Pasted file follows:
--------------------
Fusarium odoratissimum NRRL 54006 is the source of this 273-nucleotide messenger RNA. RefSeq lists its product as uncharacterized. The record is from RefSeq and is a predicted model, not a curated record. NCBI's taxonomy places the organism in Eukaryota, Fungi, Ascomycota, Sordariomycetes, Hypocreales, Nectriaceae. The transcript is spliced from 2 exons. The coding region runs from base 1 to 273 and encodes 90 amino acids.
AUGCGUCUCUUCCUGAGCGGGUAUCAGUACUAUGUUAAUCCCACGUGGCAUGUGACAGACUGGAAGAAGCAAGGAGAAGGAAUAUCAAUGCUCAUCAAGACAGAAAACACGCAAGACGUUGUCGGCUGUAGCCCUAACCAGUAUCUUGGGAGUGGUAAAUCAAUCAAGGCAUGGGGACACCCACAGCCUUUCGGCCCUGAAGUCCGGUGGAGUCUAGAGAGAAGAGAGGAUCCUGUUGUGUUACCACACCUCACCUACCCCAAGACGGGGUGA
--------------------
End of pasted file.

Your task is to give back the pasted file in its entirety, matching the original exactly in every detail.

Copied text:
Fusarium odoratissimum NRRL 54006 is the source of this 273-nucleotide messenger RNA. RefSeq lists its product as uncharacterized. The record is from RefSeq and is a predicted model, not a curated record. NCBI's taxonomy places the organism in Eukaryota, Fungi, Ascomycota, Sordariomycetes, Hypocreales, Nectriaceae. The transcript is spliced from 2 exons. The coding region runs from base 1 to 273 and encodes 90 amino acids.
AUGCGUCUCUUCCUGAGCGGGUAUCAGUACUAUGUUAAUCCCACGUGGCAUGUGACAGACUGGAAGAAGCAAGGAGAAGGAAUAUCAAUGCUCAUCAAGACAGAAAACACGCAAGACGUUGUCGGCUGUAGCCCUAACCAGUAUCUUGGGAGUGGUAAAUCAAUCAAGGCAUGGGGACACCCACAGCCUUUCGGCCCUGAAGUCCGGUGGAGUCUAGAGAGAAGAGAGGAUCCUGUUGUGUUACCACACCUCACCUACCCCAAGACGGGGUGA